Green Habits, Green Earth
How a school in Brooklyn learns about conservation.
When it comes to preserving the environment, every little bit counts. That’s the philosophy at Public School 254 in Brooklyn, New York, which is becoming more environmentally friendly each day. For example, the students here learned about how they could participate in Earth Hour from the science teachers.
On March 28, 2009, the world celebrated the first Earth Hour. During Earth Hour, people around the world were asked to turn off their lights and TVs for one hour—from 8:30 p.m. through 9:30 p.m. Eastern Standard Time.
The lights in my classroom at P.S. 254 are usually off even during the day. We are taught at school to preserve and conserve all the time.
The school’s principal, Linda Alhonte, is encouraging teachers to discuss Earth Day, which is April 22, with their students. My science teacher set up a trip to Marine Park for the occasion. There, we plan to meet with a naturalist named Steven Brill. He will explain how to identify different trees and plants and how to know which are edible and which are not.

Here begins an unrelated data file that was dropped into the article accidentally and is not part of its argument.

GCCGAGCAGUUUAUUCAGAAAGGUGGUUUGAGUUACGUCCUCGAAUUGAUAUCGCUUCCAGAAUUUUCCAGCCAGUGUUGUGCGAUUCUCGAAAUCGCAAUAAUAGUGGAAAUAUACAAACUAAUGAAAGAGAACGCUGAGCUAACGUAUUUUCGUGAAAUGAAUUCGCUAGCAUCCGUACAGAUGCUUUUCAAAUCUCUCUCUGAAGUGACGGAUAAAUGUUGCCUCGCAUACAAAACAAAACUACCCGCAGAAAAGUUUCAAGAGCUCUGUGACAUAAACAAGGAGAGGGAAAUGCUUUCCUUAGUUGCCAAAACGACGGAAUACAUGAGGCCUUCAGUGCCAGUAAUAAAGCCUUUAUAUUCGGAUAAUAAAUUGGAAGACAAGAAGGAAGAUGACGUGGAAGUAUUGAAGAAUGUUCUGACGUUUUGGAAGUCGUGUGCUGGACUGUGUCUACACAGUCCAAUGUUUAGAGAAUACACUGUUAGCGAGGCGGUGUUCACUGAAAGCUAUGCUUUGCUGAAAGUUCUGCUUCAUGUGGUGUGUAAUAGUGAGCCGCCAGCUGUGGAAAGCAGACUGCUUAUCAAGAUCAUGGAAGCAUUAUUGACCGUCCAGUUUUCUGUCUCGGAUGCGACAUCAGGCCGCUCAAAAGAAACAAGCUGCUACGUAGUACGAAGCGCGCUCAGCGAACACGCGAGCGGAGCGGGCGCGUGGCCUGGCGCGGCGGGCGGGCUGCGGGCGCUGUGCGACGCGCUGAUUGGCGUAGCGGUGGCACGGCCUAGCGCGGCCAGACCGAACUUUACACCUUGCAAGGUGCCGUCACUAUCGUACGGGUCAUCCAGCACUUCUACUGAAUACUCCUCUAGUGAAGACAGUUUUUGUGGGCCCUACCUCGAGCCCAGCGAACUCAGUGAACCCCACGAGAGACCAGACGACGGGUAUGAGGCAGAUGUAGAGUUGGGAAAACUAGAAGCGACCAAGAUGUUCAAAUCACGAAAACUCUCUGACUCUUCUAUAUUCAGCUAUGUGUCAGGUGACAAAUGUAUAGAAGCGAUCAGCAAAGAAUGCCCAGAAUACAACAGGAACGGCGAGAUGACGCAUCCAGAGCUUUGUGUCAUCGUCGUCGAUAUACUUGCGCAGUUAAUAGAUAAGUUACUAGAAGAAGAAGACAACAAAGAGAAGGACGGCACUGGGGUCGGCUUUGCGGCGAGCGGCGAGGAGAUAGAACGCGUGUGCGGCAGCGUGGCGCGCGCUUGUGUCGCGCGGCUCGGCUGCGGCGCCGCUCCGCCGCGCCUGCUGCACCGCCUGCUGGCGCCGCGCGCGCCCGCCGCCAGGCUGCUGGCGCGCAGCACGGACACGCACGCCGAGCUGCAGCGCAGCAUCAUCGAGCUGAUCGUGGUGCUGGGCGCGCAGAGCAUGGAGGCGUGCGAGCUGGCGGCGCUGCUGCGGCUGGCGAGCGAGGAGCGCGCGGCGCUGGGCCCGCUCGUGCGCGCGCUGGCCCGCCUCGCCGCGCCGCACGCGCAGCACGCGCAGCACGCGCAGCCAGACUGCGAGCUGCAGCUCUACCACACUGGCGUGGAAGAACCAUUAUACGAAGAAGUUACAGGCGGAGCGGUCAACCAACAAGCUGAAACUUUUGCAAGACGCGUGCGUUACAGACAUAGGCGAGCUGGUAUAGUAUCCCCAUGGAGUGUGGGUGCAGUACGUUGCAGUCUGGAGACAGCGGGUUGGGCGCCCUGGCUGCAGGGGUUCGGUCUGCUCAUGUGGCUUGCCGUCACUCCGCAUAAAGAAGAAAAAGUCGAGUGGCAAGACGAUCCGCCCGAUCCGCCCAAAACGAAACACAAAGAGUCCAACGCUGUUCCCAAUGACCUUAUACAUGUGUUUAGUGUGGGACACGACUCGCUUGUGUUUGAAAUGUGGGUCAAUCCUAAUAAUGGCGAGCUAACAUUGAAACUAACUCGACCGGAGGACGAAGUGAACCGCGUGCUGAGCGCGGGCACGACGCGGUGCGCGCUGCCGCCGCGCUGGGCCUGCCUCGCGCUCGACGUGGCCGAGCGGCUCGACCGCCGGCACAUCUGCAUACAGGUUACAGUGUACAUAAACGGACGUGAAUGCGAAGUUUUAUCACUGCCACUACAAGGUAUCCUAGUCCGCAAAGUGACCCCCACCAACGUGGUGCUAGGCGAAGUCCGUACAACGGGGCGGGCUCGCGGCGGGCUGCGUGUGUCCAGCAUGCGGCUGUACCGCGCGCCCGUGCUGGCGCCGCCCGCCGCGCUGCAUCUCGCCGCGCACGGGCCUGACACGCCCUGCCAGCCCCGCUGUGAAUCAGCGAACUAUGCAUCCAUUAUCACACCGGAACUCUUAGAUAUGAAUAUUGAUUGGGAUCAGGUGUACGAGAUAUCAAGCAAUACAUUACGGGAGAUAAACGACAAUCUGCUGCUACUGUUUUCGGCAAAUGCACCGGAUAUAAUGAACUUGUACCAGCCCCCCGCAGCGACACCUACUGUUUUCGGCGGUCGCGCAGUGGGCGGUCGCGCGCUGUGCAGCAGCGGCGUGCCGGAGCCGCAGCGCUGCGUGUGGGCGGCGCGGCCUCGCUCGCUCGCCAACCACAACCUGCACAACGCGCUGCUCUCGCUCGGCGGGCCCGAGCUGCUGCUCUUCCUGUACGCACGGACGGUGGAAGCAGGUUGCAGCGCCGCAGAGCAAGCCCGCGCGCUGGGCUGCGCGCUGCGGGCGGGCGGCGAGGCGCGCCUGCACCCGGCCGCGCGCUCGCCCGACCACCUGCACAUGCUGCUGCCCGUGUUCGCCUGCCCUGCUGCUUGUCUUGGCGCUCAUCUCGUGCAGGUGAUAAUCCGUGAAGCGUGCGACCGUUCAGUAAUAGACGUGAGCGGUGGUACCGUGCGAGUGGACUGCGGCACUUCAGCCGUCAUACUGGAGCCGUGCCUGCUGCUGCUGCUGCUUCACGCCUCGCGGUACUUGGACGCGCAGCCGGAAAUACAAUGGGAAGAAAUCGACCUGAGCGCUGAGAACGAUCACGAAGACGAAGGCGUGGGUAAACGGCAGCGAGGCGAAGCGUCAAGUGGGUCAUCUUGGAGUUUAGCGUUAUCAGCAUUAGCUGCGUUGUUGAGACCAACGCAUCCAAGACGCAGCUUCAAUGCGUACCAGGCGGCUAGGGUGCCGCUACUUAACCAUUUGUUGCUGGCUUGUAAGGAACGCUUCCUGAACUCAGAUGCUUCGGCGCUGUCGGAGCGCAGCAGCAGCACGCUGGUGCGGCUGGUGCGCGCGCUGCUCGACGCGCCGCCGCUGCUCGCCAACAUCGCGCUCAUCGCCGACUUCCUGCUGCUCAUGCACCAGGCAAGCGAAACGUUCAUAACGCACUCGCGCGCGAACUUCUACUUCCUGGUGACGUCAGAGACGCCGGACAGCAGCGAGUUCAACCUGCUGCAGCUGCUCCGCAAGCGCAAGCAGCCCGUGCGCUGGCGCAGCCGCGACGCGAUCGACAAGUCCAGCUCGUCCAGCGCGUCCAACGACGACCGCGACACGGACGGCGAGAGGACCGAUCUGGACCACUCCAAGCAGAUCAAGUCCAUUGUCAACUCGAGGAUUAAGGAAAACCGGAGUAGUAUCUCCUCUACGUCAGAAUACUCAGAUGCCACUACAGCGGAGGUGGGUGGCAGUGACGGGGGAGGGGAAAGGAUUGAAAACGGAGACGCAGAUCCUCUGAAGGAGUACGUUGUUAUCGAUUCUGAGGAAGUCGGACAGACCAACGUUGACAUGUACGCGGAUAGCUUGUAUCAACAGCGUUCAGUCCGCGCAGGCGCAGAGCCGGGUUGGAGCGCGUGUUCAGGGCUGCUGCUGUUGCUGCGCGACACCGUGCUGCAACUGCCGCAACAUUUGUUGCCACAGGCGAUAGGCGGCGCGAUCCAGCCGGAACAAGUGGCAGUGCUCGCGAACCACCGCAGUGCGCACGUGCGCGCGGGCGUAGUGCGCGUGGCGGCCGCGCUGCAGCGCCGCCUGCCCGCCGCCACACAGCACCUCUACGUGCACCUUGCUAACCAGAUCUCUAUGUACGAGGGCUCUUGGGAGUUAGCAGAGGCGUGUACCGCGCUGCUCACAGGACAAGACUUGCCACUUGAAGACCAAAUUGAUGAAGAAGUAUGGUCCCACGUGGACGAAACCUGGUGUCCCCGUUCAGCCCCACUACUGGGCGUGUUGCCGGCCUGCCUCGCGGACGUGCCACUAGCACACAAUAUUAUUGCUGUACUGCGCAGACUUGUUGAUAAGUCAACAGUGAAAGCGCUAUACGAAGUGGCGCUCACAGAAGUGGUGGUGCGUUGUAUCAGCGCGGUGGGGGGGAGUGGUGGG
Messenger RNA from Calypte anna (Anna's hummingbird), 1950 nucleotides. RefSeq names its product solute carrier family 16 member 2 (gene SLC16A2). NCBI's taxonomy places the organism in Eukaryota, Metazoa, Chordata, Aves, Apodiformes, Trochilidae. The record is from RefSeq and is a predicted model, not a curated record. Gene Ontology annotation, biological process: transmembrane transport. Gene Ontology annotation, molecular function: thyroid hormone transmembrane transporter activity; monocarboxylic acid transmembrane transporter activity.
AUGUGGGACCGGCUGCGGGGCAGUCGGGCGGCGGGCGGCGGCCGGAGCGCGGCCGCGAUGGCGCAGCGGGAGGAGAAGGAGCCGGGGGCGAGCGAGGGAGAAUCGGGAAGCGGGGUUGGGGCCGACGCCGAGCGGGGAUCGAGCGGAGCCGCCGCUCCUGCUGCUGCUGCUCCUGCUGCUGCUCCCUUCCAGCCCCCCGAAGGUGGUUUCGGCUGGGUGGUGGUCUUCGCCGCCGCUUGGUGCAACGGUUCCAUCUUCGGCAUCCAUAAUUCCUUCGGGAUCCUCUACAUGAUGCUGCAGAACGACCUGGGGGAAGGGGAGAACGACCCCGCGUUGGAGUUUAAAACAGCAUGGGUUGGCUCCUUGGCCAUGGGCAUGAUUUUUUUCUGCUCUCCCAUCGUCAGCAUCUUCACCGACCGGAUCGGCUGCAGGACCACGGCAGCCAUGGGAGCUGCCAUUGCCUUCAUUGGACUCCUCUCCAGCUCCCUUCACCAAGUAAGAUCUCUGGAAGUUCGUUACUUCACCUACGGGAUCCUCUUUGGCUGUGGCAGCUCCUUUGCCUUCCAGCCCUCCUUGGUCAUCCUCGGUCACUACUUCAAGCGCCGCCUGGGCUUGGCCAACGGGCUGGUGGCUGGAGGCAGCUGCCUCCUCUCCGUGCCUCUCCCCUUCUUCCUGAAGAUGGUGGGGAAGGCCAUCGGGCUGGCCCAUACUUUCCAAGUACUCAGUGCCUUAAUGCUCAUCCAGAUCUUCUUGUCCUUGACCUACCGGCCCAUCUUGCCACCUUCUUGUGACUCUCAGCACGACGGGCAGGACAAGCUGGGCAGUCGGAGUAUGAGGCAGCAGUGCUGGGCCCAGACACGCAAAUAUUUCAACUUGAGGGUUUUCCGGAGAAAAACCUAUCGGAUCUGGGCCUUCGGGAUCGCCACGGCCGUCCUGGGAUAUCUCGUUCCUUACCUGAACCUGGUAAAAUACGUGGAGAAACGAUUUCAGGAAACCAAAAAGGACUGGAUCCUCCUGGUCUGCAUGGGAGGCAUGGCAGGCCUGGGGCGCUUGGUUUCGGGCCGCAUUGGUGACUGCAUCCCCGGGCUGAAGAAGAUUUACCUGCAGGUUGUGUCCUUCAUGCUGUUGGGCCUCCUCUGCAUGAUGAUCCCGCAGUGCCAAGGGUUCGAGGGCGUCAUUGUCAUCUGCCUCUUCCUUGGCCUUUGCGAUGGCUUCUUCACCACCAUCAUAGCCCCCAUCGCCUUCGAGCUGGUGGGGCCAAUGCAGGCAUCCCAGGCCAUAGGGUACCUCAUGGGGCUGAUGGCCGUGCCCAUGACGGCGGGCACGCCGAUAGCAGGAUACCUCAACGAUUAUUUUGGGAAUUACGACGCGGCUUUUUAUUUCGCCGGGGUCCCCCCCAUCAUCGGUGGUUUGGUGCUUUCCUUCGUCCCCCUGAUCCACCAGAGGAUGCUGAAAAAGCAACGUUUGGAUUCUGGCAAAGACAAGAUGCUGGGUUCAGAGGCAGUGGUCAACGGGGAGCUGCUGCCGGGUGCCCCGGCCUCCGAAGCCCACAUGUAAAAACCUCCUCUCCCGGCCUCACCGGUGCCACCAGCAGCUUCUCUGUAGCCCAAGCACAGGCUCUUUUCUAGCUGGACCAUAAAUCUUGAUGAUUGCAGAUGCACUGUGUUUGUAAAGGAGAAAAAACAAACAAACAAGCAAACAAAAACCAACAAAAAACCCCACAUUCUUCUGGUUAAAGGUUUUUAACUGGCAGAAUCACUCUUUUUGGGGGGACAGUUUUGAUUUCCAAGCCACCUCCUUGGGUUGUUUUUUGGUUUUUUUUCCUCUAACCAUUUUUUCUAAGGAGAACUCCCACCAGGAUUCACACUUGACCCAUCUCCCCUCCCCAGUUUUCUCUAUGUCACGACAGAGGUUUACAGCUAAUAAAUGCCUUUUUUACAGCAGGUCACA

P.S. 254 is getting greener every day. At lunch, we are encouraged to throw our milk containers into recycling bins. And teachers are making sure we learn about the importance of the earth and how to preserve it.
Anyone can help our planet by planting a tree, turning off unneeded lights, or even by walking to school instead of riding in a car. What does your school do to help the environment? Post a comment, we’re eager to hear your answer. And remember, turn off all your lights for one minute at 9 p.m. on April 22, Earth Day!
Photo: Kid Reporter Alan Gelman learns recycling habits at his school in Brooklyn, New York. (Photo courtesy Alan Gelman)